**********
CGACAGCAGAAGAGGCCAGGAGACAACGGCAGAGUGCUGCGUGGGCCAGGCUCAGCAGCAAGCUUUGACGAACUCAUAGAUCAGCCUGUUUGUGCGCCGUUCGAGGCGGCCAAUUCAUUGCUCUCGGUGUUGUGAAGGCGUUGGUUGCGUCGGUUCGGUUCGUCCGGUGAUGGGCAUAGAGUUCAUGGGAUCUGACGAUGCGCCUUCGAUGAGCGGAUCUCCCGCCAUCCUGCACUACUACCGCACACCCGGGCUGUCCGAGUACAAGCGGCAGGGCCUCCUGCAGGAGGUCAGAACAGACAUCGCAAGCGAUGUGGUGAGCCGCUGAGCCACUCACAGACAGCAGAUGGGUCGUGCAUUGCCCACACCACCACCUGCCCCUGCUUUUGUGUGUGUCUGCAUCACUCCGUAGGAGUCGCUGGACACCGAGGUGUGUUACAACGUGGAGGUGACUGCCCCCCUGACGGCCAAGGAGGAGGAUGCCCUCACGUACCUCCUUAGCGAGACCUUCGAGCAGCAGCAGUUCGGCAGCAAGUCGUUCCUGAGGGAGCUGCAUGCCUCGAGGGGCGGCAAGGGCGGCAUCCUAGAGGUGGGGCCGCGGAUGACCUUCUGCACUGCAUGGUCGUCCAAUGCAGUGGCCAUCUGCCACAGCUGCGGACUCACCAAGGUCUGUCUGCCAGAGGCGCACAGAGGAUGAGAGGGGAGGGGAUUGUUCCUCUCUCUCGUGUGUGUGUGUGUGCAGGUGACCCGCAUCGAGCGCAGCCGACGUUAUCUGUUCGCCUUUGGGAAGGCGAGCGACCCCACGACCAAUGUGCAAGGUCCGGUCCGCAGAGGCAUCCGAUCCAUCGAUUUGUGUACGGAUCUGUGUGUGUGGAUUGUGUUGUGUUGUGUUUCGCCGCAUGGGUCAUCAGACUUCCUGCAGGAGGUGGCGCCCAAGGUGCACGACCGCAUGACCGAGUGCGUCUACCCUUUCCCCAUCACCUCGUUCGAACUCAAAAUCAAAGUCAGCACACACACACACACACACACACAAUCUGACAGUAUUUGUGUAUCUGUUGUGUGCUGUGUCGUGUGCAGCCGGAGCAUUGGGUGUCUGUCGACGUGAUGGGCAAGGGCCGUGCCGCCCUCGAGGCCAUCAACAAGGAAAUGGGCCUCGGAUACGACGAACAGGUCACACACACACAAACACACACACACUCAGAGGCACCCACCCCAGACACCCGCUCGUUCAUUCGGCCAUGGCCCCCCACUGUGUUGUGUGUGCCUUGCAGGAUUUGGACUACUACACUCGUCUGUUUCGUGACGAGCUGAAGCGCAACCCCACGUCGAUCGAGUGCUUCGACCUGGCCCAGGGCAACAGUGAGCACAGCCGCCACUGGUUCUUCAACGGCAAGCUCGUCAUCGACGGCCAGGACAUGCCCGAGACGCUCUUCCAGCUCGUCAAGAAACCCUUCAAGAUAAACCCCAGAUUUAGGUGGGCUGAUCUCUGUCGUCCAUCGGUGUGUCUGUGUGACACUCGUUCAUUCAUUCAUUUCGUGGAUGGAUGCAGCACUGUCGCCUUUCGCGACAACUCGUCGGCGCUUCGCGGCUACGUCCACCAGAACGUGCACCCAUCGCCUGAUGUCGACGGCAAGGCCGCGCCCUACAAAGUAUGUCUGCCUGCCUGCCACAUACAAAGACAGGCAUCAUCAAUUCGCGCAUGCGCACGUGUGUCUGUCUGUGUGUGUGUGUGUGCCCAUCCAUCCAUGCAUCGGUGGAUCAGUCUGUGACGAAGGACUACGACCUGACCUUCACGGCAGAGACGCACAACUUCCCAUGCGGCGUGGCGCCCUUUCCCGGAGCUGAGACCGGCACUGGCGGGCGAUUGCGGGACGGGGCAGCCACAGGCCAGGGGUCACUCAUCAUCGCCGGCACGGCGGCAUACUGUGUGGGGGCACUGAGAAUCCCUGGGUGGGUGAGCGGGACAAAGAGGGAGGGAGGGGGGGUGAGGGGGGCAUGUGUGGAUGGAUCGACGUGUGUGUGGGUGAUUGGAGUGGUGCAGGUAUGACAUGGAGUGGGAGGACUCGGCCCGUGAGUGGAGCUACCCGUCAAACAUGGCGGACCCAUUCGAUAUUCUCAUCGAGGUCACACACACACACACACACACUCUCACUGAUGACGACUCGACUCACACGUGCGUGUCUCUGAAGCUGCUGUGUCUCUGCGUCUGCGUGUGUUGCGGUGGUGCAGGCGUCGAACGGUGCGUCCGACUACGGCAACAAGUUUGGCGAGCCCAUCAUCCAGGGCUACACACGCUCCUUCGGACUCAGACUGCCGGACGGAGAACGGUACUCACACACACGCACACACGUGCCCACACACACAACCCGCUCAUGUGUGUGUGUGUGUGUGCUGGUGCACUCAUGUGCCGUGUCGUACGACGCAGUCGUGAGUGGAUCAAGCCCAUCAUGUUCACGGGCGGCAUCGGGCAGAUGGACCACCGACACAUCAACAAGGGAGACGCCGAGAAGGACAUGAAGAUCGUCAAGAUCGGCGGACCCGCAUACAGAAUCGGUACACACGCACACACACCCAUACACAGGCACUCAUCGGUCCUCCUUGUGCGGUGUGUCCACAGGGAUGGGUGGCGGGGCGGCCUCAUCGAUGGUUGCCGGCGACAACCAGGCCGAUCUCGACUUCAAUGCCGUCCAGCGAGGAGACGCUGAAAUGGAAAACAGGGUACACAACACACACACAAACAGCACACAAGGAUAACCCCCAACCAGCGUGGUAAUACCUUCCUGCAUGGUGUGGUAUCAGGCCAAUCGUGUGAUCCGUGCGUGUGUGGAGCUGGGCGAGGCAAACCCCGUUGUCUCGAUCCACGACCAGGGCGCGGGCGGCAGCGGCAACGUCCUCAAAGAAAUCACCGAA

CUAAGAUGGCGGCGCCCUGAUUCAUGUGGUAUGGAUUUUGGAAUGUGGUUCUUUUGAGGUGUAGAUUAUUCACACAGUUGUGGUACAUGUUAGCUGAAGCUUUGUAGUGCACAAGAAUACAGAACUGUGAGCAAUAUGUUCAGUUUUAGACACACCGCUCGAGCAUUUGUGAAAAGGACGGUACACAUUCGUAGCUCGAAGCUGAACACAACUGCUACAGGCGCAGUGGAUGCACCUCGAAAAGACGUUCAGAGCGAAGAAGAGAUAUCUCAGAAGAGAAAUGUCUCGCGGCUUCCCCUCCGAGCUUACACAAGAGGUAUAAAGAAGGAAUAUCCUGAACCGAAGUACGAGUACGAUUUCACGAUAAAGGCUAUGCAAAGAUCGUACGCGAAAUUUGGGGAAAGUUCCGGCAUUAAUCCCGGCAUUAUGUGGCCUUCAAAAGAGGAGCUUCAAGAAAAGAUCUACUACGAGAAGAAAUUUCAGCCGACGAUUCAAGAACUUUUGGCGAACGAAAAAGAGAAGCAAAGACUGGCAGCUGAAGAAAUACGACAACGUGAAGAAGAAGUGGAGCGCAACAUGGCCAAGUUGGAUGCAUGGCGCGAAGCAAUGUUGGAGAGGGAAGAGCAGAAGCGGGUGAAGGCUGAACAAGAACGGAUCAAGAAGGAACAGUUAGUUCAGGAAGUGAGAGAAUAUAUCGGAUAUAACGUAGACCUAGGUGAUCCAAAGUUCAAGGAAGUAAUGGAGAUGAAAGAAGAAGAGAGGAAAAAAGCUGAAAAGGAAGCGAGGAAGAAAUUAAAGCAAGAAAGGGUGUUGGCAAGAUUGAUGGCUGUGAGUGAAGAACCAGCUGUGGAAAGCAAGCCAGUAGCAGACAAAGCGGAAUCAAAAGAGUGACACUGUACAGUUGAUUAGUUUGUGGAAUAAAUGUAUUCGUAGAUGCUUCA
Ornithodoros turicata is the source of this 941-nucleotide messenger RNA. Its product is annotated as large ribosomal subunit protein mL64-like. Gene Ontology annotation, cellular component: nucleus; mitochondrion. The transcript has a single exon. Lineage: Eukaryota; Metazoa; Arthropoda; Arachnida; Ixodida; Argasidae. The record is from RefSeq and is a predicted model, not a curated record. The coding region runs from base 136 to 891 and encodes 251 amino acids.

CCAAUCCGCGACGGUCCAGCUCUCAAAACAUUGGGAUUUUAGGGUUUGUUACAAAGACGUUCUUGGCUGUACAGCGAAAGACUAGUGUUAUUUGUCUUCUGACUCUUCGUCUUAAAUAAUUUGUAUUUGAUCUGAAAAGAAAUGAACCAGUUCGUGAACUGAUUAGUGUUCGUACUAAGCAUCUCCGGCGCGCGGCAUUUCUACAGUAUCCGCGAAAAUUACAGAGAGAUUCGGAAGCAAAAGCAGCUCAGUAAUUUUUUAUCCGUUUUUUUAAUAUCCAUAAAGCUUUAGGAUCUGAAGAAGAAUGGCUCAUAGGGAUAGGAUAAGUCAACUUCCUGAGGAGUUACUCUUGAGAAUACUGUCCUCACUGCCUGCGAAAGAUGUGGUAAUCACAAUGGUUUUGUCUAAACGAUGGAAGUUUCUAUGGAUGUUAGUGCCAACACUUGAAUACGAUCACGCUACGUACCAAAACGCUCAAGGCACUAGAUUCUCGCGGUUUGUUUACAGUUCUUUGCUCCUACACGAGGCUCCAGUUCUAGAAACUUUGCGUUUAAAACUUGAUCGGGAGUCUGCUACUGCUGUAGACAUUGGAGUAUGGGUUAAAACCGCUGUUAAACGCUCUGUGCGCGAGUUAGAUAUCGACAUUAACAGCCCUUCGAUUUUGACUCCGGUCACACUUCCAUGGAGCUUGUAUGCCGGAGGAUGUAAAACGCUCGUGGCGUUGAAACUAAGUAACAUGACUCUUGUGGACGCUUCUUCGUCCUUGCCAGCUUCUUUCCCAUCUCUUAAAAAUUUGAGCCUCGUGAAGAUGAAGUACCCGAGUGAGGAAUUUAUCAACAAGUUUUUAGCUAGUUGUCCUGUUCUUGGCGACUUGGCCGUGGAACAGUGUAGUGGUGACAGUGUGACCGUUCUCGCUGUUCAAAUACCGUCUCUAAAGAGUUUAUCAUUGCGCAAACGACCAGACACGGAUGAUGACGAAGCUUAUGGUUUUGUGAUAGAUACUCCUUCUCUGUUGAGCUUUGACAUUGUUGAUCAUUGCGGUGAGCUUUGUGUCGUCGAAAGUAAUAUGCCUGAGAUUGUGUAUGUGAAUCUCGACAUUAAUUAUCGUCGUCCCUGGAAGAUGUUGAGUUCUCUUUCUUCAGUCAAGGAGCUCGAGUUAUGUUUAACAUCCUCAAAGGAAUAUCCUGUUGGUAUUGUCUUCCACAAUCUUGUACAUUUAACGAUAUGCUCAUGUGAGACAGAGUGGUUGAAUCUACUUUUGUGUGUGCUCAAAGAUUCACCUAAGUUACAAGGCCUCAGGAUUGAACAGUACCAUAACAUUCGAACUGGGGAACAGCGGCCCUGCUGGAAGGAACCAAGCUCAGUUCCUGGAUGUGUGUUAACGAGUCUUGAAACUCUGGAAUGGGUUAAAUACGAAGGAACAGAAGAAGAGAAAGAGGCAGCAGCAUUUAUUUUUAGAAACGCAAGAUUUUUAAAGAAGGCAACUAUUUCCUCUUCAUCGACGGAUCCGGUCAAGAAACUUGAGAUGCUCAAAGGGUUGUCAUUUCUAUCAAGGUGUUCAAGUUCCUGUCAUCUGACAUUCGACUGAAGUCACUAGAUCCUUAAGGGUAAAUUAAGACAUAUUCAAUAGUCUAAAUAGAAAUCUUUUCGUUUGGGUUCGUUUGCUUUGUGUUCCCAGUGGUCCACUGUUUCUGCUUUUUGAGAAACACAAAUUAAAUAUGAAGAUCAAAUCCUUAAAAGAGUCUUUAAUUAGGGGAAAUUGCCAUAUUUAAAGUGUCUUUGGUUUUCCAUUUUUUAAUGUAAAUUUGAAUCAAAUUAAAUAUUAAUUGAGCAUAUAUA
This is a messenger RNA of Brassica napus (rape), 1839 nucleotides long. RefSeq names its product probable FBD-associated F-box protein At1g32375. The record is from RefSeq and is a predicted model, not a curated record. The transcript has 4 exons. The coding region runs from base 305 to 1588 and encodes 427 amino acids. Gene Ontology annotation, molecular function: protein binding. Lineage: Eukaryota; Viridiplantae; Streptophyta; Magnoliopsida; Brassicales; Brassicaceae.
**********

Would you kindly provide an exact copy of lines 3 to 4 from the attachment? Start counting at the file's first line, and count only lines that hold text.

Ornithodoros turicata is the source of this 941-nucleotide messenger RNA. Its product is annotated as large ribosomal subunit protein mL64-like. Gene Ontology annotation, cellular component: nucleus; mitochondrion. The transcript has a single exon. Lineage: Eukaryota; Metazoa; Arthropoda; Arachnida; Ixodida; Argasidae. The record is from RefSeq and is a predicted model, not a curated record. The coding region runs from base 136 to 891 and encodes 251 amino acids.

CCAAUCCGCGACGGUCCAGCUCUCAAAACAUUGGGAUUUUAGGGUUUGUUACAAAGACGUUCUUGGCUGUACAGCGAAAGACUAGUGUUAUUUGUCUUCUGACUCUUCGUCUUAAAUAAUUUGUAUUUGAUCUGAAAAGAAAUGAACCAGUUCGUGAACUGAUUAGUGUUCGUACUAAGCAUCUCCGGCGCGCGGCAUUUCUACAGUAUCCGCGAAAAUUACAGAGAGAUUCGGAAGCAAAAGCAGCUCAGUAAUUUUUUAUCCGUUUUUUUAAUAUCCAUAAAGCUUUAGGAUCUGAAGAAGAAUGGCUCAUAGGGAUAGGAUAAGUCAACUUCCUGAGGAGUUACUCUUGAGAAUACUGUCCUCACUGCCUGCGAAAGAUGUGGUAAUCACAAUGGUUUUGUCUAAACGAUGGAAGUUUCUAUGGAUGUUAGUGCCAACACUUGAAUACGAUCACGCUACGUACCAAAACGCUCAAGGCACUAGAUUCUCGCGGUUUGUUUACAGUUCUUUGCUCCUACACGAGGCUCCAGUUCUAGAAACUUUGCGUUUAAAACUUGAUCGGGAGUCUGCUACUGCUGUAGACAUUGGAGUAUGGGUUAAAACCGCUGUUAAACGCUCUGUGCGCGAGUUAGAUAUCGACAUUAACAGCCCUUCGAUUUUGACUCCGGUCACACUUCCAUGGAGCUUGUAUGCCGGAGGAUGUAAAACGCUCGUGGCGUUGAAACUAAGUAACAUGACUCUUGUGGACGCUUCUUCGUCCUUGCCAGCUUCUUUCCCAUCUCUUAAAAAUUUGAGCCUCGUGAAGAUGAAGUACCCGAGUGAGGAAUUUAUCAACAAGUUUUUAGCUAGUUGUCCUGUUCUUGGCGACUUGGCCGUGGAACAGUGUAGUGGUGACAGUGUGACCGUUCUCGCUGUUCAAAUACCGUCUCUAAAGAGUUUAUCAUUGCGCAAACGACCAGACACGGAUGAUGACGAAGCUUAUGGUUUUGUGAUAGAUACUCCUUCUCUGUUGAGCUUUGACAUUGUUGAUCAUUGCGGUGAGCUUUGUGUCGUCGAAAGUAAUAUGCCUGAGAUUGUGUAUGUGAAUCUCGACAUUAAUUAUCGUCGUCCCUGGAAGAUGUUGAGUUCUCUUUCUUCAGUCAAGGAGCUCGAGUUAUGUUUAACAUCCUCAAAGGAAUAUCCUGUUGGUAUUGUCUUCCACAAUCUUGUACAUUUAACGAUAUGCUCAUGUGAGACAGAGUGGUUGAAUCUACUUUUGUGUGUGCUCAAAGAUUCACCUAAGUUACAAGGCCUCAGGAUUGAACAGUACCAUAACAUUCGAACUGGGGAACAGCGGCCCUGCUGGAAGGAACCAAGCUCAGUUCCUGGAUGUGUGUUAACGAGUCUUGAAACUCUGGAAUGGGUUAAAUACGAAGGAACAGAAGAAGAGAAAGAGGCAGCAGCAUUUAUUUUUAGAAACGCAAGAUUUUUAAAGAAGGCAACUAUUUCCUCUUCAUCGACGGAUCCGGUCAAGAAACUUGAGAUGCUCAAAGGGUUGUCAUUUCUAUCAAGGUGUUCAAGUUCCUGUCAUCUGACAUUCGACUGAAGUCACUAGAUCCUUAAGGGUAAAUUAAGACAUAUUCAAUAGUCUAAAUAGAAAUCUUUUCGUUUGGGUUCGUUUGCUUUGUGUUCCCAGUGGUCCACUGUUUCUGCUUUUUGAGAAACACAAAUUAAAUAUGAAGAUCAAAUCCUUAAAAGAGUCUUUAAUUAGGGGAAAUUGCCAUAUUUAAAGUGUCUUUGGUUUUCCAUUUUUUAAUGUAAAUUUGAAUCAAAUUAAAUAUUAAUUGAGCAUAUAUA